First thing we want to do is to get the container ID of an existing Docker container. Do that with "sudo docker ps". We've discovered that there is a Docker container not running currently with the ID BC897B1709D4. First, "sudo docker start" to get it running. Let's make sure it actually is running. "sudo docker ps", without the -A, so we're only going to display those containers that are actually running. And in fact, this one is now running. It's been up a grand total of 11 seconds. The next thing we're going to do is find the PID, the process ID of this Docker container. We'll do this with the "sudo docker inspect" command, specifically looking for the process ID, the PID, which is 1954. We'll now enter the, we'll use sudo nsenter to act on this process.
Let's enter that process ID, 1954. And it seems that we are in. We seem to be in the session, just the way we'd like to be.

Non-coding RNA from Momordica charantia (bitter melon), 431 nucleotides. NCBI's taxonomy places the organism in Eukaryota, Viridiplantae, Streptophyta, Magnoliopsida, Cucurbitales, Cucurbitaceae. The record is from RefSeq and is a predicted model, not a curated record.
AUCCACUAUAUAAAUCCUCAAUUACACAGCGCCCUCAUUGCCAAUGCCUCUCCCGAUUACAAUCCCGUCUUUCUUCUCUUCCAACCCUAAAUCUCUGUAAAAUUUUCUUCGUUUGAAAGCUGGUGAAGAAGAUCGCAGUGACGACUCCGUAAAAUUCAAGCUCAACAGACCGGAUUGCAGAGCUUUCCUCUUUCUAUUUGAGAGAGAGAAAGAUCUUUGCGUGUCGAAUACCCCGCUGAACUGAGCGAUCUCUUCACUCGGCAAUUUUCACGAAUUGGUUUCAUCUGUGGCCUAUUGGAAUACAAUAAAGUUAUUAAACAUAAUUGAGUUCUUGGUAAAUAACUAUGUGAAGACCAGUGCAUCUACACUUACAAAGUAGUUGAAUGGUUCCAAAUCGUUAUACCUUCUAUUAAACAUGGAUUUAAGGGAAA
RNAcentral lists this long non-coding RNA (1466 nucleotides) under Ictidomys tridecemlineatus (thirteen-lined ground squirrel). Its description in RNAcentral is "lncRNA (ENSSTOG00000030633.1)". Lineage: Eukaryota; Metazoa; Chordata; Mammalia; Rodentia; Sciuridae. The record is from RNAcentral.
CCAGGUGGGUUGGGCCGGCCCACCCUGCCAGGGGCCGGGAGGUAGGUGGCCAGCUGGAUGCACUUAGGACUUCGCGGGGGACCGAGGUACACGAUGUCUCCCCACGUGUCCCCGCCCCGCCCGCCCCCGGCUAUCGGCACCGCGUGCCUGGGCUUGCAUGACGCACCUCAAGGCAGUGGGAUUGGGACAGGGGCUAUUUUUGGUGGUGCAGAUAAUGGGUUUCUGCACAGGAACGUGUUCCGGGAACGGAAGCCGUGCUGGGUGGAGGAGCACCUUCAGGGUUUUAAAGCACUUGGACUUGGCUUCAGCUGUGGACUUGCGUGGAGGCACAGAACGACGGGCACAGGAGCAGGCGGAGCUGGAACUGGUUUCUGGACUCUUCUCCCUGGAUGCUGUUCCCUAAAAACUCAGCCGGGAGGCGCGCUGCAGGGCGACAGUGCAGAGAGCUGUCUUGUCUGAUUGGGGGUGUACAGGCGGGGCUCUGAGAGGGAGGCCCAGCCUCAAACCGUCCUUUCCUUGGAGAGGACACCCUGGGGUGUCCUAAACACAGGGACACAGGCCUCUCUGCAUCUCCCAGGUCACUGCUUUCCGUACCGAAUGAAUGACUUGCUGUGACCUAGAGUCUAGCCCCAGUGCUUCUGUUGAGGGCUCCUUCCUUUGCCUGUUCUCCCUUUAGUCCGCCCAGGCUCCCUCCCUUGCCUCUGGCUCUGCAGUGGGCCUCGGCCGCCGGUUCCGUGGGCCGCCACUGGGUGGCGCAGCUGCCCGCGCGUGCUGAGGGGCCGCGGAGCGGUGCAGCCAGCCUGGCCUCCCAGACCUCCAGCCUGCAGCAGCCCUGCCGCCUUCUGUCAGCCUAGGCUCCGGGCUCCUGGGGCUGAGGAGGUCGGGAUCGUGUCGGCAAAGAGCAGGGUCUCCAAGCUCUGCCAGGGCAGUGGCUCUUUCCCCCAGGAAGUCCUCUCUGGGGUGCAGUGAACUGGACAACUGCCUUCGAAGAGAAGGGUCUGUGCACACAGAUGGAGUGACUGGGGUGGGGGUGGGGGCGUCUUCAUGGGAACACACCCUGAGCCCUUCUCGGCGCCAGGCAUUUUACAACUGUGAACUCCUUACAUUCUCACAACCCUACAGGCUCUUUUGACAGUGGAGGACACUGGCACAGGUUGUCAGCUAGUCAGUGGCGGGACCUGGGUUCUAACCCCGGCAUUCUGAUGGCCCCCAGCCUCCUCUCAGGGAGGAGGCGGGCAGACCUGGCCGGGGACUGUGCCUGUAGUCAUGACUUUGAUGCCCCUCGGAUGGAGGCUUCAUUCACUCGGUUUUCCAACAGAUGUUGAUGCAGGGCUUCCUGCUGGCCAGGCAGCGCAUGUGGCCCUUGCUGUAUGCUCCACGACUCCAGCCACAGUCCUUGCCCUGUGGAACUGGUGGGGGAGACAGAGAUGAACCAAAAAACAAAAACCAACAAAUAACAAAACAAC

Let's exit and see if the session has survived our exit. We'll do that with the "sudo Docker ps" and again, not -A, so we're only going to return those sessions that are still alive. And the container is, in fact, still alive.
David taught high school for twenty years, worked as a Linux system administrator for five years, and has been writing since he could hold a crayon between his fingers. His childhood bedroom wall has since been repainted.
Having worked directly with all kinds of technology, David derives great pleasure from completing projects that draw on as many tools from his toolkit as possible.
Besides being a Linux system administrator with a strong focus on virtualization and security tools, David writes technical documentation and user guides, and creates technology training videos.
His favorite technology tool is the one that should be just about ready for release tomorrow. Or Thursday.